Here I am. 10, 719 km away from home. A different hemisphere, a different time zone, but the same me. This crazy new adventure started on July 24 at 22:20 EST, as I took a 10-hour direct flight from Toronto to Santiago, Chile. Once I arrived I could not believe it. Up until now, past BIBers have not only talked, but given rave reviews on their experiences. And here I was, experiencing it with my own two eyes. I saw Los Andes out the right window of the car, then the Santiago metropolis out the left window, and then La Playa right out the windshield. Alexandra has arrived-or should I say Alejandra has arrived.
It is now the end of September, with the two-month mark coming up right around the corner. I feel like I have experienced everything from all four seasons in one week. Surfing on Monday, skiing on Friday, sweater weather walking to school, and sand-boarding on Wednesday while watching the sunset.
There have been so many highs and so many lows that I could not count them on my hands. For starters, right off the bat, I noticed a huge change in culture here in Chile. Locals were so welcoming and their charisma showed right when they gave you a kiss on the cheek. Wait. Kiss on the cheek? Do we do that in Canada? No, but it was something that I had to very quickly adjust to. Just like the Europeans, but unlike Asians or North Americans, South Americans greet others with a kiss on the cheek. At first it felt odd, but now I am used to it and I have grown to absolutely love this way of greeting others. Back to the warm kindred spirited Chileans – I kid you not they need to come to Canada. Their immediate sense of welcoming and urge to introduce you to their culture is contagious. Wherever you go if you are alone or with a group and need a hand with anything they are simply so helpful.
When I first arrived in Chile, I saw DOGS EVERYWHERE. Now being an avid dog lover, you would think I would be in paradise but think twice before you pet the dogs here. These dogs are stray and live on the streets which absolutely crushed my heart. But through talking with locals and past exchange students I learned that the dogs are actually well looked after. But if one does like a little more than your typical stray dog, it is best to not touch them or to be extremely careful when you touch them. The university that I attend even has dogs that roam around outside and are very therapeutic when you come out from that test where you had absolutely no idea what was going on.
Now here is something you are less likely to experience at Carleton. Hitchhiking home from class! Although the school that I attend has a free bus service from the school (which is located at the top of a hill) into the city, hitchhiking is a popular option to get home from school. Just outside the parking lot is an area where students stand and stick their thumbs up to passing cars that have just come out of the parking lot. At the school that I attend, most students drive to and from school. Therefore, there are an endless amount of possibilities to get a ride home. How successful is hitchhiking though? I would say that right now, my hitchhiking experience has an 8.5/10 chance of success. Where I live in Viña is on the way to a small popular city Reñaca and surfer town Concón, where many of the students live.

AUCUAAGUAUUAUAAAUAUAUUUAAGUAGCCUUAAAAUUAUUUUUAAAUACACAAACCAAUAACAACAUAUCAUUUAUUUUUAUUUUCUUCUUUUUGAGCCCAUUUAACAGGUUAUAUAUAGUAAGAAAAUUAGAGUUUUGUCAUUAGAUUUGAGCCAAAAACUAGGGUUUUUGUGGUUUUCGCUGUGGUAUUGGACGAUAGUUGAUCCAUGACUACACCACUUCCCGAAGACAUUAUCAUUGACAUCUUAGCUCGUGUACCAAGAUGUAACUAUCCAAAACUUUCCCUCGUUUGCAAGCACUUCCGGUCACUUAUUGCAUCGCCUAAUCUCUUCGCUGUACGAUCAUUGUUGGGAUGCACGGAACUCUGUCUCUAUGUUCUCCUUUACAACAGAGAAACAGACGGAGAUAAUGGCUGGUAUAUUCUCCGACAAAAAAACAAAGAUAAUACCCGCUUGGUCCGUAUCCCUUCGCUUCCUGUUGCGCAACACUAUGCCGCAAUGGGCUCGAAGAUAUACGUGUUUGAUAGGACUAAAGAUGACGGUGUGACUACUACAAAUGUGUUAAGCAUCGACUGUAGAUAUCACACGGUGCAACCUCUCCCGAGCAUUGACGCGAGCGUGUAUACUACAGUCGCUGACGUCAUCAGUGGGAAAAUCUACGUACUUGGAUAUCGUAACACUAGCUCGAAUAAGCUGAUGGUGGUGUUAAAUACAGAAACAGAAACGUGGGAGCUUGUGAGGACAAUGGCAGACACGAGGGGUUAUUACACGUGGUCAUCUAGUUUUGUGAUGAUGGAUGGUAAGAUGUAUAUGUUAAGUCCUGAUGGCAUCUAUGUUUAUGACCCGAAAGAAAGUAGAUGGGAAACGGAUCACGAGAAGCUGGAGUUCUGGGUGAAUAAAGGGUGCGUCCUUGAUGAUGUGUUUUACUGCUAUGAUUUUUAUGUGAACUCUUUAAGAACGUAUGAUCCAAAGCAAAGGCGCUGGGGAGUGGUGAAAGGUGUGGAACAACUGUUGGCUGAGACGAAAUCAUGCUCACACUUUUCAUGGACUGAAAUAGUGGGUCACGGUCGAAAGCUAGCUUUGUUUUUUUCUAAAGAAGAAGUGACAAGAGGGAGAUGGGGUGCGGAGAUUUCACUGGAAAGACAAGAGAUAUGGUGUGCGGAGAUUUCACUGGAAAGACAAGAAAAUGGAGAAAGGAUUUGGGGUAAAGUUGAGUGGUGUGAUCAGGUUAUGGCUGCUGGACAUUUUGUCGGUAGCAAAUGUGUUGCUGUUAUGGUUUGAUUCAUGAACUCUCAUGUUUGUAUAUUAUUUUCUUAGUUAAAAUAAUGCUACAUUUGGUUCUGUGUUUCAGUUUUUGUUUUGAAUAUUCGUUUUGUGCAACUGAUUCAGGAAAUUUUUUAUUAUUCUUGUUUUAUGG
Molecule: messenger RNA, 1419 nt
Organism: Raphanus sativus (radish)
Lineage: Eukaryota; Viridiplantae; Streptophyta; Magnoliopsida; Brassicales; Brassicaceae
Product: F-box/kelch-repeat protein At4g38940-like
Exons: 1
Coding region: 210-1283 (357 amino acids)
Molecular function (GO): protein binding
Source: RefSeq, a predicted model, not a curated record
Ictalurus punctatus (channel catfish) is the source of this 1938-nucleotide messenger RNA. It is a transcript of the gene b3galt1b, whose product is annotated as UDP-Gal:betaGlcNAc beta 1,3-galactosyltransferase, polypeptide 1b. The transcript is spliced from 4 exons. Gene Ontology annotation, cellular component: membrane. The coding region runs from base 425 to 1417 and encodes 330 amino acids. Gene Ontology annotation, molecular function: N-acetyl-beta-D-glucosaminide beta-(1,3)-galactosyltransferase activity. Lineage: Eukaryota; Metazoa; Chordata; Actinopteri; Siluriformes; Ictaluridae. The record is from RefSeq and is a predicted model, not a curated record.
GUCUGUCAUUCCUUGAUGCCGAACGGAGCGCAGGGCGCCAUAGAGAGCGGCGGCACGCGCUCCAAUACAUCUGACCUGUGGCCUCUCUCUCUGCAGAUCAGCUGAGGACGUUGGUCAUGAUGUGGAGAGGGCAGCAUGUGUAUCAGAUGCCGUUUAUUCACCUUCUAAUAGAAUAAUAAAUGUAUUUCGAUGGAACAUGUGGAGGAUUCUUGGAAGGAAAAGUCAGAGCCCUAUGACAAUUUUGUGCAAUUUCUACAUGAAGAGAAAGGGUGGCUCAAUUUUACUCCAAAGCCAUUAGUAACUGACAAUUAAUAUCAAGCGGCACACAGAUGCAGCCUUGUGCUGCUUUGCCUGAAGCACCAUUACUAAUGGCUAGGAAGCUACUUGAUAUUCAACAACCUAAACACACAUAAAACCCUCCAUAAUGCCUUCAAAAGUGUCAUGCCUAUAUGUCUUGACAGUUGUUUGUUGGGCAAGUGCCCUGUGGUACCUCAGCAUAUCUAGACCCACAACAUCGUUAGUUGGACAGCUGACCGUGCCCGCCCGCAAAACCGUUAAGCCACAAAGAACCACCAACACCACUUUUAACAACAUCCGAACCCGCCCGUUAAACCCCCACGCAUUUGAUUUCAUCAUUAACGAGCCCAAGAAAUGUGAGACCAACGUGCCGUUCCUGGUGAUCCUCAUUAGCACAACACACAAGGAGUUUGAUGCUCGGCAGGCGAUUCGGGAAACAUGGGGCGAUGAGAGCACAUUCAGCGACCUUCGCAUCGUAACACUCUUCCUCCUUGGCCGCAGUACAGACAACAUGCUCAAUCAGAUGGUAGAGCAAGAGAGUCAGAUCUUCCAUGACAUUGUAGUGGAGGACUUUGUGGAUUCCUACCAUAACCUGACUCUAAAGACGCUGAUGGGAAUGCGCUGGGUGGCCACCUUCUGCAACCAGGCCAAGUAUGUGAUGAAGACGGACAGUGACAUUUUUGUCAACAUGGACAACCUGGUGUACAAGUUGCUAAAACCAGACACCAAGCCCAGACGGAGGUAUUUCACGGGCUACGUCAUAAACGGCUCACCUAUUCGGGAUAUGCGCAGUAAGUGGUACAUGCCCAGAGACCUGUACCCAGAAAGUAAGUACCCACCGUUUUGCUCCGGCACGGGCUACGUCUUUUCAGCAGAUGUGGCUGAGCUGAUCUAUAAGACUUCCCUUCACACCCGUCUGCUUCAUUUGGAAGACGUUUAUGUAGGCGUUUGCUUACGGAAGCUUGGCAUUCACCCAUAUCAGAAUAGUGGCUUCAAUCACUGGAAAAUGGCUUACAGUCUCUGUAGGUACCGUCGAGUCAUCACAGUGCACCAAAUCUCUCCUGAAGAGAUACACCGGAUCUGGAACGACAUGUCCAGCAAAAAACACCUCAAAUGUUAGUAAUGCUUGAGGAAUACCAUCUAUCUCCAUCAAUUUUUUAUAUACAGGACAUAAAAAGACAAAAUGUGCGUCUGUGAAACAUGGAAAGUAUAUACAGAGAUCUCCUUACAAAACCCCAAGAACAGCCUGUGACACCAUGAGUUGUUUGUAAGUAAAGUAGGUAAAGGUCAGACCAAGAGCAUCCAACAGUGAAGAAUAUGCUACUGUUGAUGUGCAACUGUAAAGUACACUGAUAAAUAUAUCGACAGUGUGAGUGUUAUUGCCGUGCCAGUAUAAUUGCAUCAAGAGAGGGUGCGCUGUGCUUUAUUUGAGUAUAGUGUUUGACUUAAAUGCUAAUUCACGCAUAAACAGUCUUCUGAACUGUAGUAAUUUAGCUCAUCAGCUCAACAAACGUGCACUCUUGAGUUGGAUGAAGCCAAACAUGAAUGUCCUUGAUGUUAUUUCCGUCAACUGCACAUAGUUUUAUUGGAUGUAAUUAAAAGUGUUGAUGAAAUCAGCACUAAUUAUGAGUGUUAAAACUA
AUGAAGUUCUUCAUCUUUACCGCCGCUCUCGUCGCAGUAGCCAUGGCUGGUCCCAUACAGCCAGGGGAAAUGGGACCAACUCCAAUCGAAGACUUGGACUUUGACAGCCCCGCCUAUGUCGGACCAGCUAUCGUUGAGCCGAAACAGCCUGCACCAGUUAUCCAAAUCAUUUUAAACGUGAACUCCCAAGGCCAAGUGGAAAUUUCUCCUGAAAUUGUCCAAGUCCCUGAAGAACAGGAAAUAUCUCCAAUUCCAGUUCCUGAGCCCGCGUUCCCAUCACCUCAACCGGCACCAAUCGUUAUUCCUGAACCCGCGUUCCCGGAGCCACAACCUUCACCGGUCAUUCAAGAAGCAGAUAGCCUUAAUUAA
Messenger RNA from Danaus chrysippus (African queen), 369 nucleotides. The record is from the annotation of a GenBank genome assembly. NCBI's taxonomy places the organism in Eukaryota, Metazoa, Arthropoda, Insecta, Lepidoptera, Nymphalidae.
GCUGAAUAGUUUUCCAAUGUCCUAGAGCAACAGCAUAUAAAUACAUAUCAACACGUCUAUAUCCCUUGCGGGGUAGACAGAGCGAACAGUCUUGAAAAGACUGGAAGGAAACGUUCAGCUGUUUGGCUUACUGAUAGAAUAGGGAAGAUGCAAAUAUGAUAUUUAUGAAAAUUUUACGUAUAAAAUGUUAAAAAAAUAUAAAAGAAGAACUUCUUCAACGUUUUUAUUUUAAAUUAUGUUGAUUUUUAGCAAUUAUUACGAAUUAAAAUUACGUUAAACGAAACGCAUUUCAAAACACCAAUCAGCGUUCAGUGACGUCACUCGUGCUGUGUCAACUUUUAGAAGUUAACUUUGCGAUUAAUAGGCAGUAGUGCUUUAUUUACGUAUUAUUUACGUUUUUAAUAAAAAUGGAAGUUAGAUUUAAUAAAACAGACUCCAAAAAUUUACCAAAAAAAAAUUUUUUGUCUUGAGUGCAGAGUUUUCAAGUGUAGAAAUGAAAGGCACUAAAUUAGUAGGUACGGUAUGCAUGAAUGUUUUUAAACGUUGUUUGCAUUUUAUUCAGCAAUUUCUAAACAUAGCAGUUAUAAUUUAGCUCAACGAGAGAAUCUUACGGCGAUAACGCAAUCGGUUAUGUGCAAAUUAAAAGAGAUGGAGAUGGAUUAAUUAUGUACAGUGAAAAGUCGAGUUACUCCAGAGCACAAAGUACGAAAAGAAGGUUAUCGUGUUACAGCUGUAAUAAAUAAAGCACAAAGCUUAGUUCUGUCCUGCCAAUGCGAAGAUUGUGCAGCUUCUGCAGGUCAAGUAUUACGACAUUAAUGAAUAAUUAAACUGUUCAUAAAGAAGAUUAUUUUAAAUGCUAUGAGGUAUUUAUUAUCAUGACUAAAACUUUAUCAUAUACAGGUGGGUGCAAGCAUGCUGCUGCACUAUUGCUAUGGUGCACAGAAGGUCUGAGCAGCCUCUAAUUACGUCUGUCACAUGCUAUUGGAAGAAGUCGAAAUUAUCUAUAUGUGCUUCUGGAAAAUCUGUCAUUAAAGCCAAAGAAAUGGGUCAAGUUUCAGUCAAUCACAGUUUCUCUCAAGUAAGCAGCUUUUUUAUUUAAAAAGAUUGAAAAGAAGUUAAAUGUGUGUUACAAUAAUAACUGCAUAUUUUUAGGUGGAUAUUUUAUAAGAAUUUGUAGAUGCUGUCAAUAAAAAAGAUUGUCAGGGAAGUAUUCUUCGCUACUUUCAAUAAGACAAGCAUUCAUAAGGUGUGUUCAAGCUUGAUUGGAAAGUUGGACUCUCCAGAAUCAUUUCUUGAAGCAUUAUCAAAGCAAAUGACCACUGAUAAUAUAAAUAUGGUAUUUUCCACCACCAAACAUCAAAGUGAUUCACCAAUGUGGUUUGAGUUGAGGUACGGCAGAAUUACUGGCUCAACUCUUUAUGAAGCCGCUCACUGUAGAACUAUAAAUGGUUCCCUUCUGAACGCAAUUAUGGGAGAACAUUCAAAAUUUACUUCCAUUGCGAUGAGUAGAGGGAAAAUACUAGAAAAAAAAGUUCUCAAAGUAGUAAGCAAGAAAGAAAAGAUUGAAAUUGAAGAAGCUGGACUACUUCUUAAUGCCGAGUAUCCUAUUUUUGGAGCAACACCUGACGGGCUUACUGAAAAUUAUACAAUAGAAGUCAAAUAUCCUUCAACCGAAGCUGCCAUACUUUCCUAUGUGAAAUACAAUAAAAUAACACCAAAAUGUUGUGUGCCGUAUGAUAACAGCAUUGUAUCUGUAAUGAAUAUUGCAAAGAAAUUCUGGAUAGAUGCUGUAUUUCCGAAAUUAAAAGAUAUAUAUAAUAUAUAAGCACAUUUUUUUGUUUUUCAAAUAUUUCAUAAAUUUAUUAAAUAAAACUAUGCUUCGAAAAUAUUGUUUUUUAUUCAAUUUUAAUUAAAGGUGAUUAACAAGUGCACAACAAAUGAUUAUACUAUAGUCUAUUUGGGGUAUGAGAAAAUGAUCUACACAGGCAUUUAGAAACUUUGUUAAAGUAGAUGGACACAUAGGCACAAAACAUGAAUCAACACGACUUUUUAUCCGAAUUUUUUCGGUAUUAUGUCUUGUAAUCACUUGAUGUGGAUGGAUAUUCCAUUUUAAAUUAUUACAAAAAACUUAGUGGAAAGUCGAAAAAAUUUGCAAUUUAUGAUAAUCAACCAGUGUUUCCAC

Some differences between not only the hemispheres but the customs too!
- Overwhelming amount of avocado everywhere you turn. In Canada, adding a side of avocado to your burrito bowl at Chipotle would cost you five dollars CAD. Here in Chile, it is abnormal to not get avocado with your meal, let alone have one a day. At the market on Saturdays you can get one kilogram of avocados for 1,000 pesos or two dollars CAD. Crazy cheap!
- Bagged Mayo… and a lot of other bagged items. When you enter into a grocery store here in Viña you will find a huge aisle of bagged mayonnaise (they are mayo obsessed here), unrefrigerated eggs, a huge selection of yogurt with granola to go and a very small and very expensive selection of hummus.
- Bag Boys (people who bag your groceries) at every store! Even at stores like Walmart where many people buy in bulk
- Excessive use of WhatsApp and voice messages. That is all they use down here and basically live by that as a main method of communication. Parading the streets of Viña you will see people talking into their phones and listening to other voice messages. It is a very fast and efficient way of talking to someone, especially for Chileans who speak a million words a minute. Move over Snapchat, WhatsApp is coming in hot.
So, I will end this blog reminiscing on the beautiful sunsets by the ocean, overwhelming amount of avocados, and pure excitement to be here!
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